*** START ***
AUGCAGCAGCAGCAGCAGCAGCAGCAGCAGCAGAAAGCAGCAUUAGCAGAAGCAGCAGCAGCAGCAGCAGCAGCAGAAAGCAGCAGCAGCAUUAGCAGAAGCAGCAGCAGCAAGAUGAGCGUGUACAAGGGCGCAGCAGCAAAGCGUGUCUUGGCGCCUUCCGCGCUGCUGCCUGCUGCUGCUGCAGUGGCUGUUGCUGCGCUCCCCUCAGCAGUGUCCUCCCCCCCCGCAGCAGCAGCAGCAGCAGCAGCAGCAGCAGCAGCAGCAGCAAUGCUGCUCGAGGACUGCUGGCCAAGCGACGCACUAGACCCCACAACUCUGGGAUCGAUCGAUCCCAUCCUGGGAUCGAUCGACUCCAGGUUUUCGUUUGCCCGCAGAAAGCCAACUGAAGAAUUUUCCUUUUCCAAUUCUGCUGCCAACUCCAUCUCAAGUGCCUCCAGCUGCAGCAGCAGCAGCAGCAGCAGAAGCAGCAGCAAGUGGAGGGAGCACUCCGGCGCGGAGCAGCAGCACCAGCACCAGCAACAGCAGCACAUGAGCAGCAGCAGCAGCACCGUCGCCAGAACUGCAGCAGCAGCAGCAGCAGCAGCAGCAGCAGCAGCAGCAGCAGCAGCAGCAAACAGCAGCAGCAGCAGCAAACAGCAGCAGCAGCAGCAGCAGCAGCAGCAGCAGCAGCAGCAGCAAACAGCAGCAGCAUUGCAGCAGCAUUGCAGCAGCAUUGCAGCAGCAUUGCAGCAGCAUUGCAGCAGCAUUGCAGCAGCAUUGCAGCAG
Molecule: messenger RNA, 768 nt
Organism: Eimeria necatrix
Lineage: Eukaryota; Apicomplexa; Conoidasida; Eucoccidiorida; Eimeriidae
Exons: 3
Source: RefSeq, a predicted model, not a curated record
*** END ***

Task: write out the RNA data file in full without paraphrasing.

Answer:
AUGCAGCAGCAGCAGCAGCAGCAGCAGCAGCAGAAAGCAGCAUUAGCAGAAGCAGCAGCAGCAGCAGCAGCAGCAGAAAGCAGCAGCAGCAUUAGCAGAAGCAGCAGCAGCAAGAUGAGCGUGUACAAGGGCGCAGCAGCAAAGCGUGUCUUGGCGCCUUCCGCGCUGCUGCCUGCUGCUGCUGCAGUGGCUGUUGCUGCGCUCCCCUCAGCAGUGUCCUCCCCCCCCGCAGCAGCAGCAGCAGCAGCAGCAGCAGCAGCAGCAGCAGCAAUGCUGCUCGAGGACUGCUGGCCAAGCGACGCACUAGACCCCACAACUCUGGGAUCGAUCGAUCCCAUCCUGGGAUCGAUCGACUCCAGGUUUUCGUUUGCCCGCAGAAAGCCAACUGAAGAAUUUUCCUUUUCCAAUUCUGCUGCCAACUCCAUCUCAAGUGCCUCCAGCUGCAGCAGCAGCAGCAGCAGCAGAAGCAGCAGCAAGUGGAGGGAGCACUCCGGCGCGGAGCAGCAGCACCAGCACCAGCAACAGCAGCACAUGAGCAGCAGCAGCAGCACCGUCGCCAGAACUGCAGCAGCAGCAGCAGCAGCAGCAGCAGCAGCAGCAGCAGCAGCAGCAGCAAACAGCAGCAGCAGCAGCAAACAGCAGCAGCAGCAGCAGCAGCAGCAGCAGCAGCAGCAGCAGCAAACAGCAGCAGCAUUGCAGCAGCAUUGCAGCAGCAUUGCAGCAGCAUUGCAGCAGCAUUGCAGCAGCAUUGCAGCAGCAUUGCAGCAG
Molecule: messenger RNA, 768 nt
Organism: Eimeria necatrix
Lineage: Eukaryota; Apicomplexa; Conoidasida; Eucoccidiorida; Eimeriidae
Exons: 3
Source: RefSeq, a predicted model, not a curated record